There are quite a few brands of video monitor available through Henry's.
Search monitors on henrys.com here: Monitors
Here are some things to keep in mind when choosing the monitor that may be best for you:
What camera do you use?
This can have a bearing on monitor choice depending if the camera is small in physical size, the type of video resolution output available on the camera, maximum obtainable video resolution and whether or not it can output a 'clean HDMI' signal.
Also consider if the camera can (or if you want to) record higher resolution or RAW video internally. Many newer cameras can do this now but many older ones can't. If your camera can't record high bit-rate log or RAW video internally you may want a monitor that incorporates external recording media capability (such as to SSD - solid state drive).
If you are outputting 4K video you may want to look at monitors that are capable of displaying 4K resolution. If you only output and record in a maximum of FullHD or HD then a lower resolution may suit you fine.
Keep in mind that a larger monitor equals added bulk and weight. For most DSLR and mirrorless ILC cameras a good monitor size is in the 5" to 7" range. This is far bigger than the average camera back LCD monitor (3.2" max. in general) and is not too unwieldy when mounted atop the camera or on an accessory arm.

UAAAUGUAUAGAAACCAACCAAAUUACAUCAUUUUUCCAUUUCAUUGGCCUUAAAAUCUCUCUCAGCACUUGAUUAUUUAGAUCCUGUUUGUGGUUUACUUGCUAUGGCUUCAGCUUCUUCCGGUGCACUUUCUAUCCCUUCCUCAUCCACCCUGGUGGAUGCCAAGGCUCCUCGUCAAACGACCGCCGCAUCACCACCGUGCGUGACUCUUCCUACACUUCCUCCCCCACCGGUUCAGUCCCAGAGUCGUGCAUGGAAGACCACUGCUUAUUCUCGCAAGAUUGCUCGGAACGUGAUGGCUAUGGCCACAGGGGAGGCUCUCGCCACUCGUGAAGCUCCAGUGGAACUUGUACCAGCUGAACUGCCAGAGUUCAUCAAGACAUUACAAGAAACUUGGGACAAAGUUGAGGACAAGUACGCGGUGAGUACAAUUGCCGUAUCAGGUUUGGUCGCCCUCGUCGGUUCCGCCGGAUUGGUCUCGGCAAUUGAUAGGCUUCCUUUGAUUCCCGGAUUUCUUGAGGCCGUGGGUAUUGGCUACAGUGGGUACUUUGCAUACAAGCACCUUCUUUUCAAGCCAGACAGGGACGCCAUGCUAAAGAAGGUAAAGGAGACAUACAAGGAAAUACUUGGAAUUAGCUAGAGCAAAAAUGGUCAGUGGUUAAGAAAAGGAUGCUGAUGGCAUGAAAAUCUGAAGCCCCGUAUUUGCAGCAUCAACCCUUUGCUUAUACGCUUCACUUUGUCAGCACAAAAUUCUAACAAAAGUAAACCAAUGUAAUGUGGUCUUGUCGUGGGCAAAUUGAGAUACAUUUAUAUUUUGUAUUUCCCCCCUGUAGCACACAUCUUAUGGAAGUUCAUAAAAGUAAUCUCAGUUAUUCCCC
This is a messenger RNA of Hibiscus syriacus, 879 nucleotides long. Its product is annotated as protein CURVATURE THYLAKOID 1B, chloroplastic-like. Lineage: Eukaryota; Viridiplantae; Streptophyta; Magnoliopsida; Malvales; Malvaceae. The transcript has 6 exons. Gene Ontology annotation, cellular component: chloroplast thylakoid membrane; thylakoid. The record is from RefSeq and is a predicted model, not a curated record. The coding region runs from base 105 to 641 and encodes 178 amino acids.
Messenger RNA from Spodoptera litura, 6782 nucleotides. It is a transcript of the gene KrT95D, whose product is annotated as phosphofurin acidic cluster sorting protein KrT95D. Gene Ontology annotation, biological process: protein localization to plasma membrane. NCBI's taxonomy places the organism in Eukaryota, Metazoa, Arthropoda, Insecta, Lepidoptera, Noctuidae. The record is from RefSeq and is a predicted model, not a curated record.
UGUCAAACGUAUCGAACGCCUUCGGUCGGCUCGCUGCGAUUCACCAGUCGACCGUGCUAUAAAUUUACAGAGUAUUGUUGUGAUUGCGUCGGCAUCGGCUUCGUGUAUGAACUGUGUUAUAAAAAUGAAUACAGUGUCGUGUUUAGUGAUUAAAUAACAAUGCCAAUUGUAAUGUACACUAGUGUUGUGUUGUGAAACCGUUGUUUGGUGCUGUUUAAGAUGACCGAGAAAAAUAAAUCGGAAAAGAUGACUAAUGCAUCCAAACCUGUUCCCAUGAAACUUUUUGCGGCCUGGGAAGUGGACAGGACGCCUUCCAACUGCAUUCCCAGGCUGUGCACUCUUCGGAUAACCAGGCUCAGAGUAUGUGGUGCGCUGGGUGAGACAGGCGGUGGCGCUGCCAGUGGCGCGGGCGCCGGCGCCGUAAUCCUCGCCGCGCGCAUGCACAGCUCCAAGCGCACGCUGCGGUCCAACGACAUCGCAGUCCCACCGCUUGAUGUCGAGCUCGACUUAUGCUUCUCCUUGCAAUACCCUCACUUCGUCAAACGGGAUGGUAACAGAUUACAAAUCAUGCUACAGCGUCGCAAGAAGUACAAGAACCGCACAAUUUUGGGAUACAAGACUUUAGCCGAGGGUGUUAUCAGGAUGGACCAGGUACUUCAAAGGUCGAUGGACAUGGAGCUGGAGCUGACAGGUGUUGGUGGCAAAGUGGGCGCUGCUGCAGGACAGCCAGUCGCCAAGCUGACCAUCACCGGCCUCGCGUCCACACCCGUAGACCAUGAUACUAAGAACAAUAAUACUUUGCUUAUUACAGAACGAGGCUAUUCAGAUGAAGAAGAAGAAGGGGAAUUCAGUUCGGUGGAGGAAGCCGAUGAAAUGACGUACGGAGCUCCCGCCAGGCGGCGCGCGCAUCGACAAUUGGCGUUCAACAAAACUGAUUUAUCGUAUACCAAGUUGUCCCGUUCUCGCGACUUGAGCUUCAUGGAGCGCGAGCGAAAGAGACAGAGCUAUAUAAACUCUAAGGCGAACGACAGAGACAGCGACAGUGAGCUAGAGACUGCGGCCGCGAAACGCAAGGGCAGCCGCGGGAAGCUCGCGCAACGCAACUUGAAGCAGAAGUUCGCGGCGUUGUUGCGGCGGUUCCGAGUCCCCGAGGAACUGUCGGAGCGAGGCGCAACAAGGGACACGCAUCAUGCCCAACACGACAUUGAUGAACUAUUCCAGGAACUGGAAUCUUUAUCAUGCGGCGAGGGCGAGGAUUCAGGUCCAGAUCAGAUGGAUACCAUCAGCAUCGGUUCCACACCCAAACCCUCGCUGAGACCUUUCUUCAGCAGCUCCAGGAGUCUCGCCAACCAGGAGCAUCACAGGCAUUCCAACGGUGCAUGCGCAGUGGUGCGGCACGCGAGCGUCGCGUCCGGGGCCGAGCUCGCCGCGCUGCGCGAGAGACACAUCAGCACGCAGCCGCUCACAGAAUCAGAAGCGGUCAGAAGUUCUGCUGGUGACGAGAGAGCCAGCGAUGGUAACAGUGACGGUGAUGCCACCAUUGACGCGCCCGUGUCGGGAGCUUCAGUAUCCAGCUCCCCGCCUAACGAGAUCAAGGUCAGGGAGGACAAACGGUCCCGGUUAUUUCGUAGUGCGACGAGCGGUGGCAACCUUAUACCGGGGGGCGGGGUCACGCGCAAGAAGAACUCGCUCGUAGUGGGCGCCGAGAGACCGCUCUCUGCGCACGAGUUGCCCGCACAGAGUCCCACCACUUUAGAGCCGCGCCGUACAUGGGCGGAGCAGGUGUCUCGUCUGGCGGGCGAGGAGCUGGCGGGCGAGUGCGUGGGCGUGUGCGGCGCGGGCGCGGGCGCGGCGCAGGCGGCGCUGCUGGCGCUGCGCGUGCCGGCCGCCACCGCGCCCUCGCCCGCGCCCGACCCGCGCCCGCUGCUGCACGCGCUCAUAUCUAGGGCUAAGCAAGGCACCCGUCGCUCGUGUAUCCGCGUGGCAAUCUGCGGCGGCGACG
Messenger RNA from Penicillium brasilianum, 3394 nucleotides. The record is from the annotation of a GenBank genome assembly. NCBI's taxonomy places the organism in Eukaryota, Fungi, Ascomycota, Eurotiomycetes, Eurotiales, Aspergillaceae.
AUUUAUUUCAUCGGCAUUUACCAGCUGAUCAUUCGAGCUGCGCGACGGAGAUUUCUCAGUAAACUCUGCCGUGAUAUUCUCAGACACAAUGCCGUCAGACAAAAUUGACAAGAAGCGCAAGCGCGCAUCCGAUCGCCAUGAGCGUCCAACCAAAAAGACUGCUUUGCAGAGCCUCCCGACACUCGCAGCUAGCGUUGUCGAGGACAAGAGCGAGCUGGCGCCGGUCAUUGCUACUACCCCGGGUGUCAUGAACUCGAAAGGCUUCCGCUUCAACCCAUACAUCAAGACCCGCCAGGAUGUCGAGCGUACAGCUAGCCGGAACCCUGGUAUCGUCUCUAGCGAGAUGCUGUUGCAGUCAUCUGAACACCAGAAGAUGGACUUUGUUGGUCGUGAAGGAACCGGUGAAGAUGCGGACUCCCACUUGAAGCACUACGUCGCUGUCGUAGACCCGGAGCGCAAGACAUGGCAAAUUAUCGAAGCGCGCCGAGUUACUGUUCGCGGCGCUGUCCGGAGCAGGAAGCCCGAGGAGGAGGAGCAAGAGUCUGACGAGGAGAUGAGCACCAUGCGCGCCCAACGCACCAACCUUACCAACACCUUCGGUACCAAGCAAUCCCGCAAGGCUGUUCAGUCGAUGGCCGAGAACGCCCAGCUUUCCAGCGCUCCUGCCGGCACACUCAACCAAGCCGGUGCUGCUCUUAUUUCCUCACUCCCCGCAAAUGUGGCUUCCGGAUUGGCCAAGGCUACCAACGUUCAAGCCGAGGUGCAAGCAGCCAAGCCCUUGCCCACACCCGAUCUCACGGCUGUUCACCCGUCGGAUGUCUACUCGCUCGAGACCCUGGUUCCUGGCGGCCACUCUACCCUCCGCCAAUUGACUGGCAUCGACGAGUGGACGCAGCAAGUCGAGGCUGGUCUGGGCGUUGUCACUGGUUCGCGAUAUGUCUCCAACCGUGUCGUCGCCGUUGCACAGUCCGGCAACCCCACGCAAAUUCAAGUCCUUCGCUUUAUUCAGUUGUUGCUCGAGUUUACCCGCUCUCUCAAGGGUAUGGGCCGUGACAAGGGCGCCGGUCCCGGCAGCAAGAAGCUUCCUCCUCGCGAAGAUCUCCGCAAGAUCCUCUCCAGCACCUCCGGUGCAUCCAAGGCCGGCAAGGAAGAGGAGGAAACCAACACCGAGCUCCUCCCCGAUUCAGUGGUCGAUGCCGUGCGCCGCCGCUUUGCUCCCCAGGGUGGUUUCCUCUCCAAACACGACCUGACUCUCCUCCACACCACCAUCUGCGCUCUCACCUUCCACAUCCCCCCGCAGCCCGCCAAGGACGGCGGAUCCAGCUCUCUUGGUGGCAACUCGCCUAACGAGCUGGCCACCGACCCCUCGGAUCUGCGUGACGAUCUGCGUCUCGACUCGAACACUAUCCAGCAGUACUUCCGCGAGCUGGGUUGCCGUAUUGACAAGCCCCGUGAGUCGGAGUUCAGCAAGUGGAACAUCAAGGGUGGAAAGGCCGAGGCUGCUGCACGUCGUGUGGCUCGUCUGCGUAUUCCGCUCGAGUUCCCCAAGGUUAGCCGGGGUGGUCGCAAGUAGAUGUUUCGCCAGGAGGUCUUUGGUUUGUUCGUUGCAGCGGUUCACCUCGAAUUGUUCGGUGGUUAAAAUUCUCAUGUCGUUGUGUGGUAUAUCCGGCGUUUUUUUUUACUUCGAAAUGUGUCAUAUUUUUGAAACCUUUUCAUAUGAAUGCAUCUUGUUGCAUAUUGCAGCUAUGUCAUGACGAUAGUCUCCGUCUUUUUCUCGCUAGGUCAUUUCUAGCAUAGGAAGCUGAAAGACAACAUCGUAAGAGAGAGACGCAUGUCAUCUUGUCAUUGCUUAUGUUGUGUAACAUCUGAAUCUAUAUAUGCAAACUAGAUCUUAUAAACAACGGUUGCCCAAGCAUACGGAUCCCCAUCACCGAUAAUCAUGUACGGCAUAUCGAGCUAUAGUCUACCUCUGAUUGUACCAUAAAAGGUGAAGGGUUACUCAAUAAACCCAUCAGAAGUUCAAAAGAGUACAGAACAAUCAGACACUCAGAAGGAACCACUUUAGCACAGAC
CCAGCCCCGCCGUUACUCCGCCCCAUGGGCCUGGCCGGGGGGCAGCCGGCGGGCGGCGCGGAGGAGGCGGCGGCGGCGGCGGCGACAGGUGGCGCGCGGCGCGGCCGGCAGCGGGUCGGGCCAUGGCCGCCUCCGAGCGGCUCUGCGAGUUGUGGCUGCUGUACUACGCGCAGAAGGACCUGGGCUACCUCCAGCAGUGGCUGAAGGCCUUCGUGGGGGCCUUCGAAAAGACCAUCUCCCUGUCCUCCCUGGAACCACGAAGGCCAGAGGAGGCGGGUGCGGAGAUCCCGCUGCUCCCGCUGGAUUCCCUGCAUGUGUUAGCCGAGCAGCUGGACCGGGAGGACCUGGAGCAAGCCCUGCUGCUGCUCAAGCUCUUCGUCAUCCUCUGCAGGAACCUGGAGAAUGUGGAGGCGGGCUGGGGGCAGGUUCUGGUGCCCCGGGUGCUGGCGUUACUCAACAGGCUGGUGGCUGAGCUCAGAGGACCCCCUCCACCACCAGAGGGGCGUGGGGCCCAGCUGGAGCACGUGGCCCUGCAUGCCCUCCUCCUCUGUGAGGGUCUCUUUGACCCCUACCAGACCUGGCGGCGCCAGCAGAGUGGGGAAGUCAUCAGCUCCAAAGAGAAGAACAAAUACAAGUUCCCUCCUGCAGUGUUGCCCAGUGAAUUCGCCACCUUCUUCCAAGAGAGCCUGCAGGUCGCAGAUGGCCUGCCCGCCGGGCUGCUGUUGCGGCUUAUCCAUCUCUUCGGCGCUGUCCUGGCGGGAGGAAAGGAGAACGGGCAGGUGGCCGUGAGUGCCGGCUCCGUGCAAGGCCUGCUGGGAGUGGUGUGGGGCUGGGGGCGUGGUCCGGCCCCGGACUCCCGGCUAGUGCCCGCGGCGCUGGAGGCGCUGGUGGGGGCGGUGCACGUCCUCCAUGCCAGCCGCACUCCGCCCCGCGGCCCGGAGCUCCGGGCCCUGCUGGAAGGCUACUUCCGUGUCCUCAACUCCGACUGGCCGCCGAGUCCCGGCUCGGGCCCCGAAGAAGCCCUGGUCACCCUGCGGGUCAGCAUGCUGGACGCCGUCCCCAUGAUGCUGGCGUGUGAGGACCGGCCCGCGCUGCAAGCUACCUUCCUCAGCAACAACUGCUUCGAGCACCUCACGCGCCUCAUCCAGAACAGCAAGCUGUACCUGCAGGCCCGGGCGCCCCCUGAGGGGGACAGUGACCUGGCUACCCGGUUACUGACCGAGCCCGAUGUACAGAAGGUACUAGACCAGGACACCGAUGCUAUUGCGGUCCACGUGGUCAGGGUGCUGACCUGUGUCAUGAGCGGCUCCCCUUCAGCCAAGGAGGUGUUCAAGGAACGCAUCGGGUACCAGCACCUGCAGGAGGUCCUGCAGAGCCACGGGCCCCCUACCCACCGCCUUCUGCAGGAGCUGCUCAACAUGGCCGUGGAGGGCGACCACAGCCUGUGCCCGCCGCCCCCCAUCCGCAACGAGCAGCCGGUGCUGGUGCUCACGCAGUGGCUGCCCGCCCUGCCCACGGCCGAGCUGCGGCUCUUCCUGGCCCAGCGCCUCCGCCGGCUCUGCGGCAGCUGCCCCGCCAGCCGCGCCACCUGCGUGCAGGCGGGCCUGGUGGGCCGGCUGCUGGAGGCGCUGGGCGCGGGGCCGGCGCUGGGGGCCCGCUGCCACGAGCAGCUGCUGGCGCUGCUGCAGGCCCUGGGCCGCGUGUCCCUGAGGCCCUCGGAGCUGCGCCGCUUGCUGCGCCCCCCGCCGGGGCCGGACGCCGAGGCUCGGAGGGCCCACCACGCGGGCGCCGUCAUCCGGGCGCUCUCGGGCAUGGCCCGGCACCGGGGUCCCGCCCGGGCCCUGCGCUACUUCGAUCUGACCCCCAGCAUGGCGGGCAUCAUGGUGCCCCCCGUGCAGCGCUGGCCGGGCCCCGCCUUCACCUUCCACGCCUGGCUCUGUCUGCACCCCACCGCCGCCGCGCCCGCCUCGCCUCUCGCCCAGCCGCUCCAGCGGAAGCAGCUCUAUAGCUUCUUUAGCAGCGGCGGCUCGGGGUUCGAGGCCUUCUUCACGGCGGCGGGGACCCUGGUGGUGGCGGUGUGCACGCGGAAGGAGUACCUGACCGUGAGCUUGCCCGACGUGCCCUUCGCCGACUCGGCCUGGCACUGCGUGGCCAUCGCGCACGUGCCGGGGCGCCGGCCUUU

A 7" to 9" monitor will be better for larger camera rigs or when viewing from a longer distance.
Brightness and Resolution
A monitor with higher screen resolution will give a clearer on screen image for checking sharpness and image quality. A larger monitor size will need a higher resolution to appear sharper.
For example a 5" monitor with 1280 x 720 resolution will appear sharper than a 7" monitor with the same resolution as the screen pixels are packed tighter together on the smaller monitor.
The brighter the screen the better its visibility when viewing outdoors. Look for a monitor advertising 1000 NIT's or more for good outdoor visibility without a sun shade. Some lower NIT models will list a sun shade as an included accessory.
All monitors will have a minimum set of features but here is a list of things to look for that will add to the usability:
- Zoom-in - to check sharpness
- Aspect ratio guides - different framing sizes
- Waveforms - displays the brightness, or luminance of the shot - great for help in grading
- Vectorscope - measures the colour information in a video image
- False colour - different colours to help you understand exposure levels of each part of your image.
- LUT support - think of LUTs as preset colour looks for your video footage that can help to speed up your editing process. Some monitors will have pre-loaded LUTs available. Others will also offer the ability to load custom LUTs.
- Peaking - manual focus aid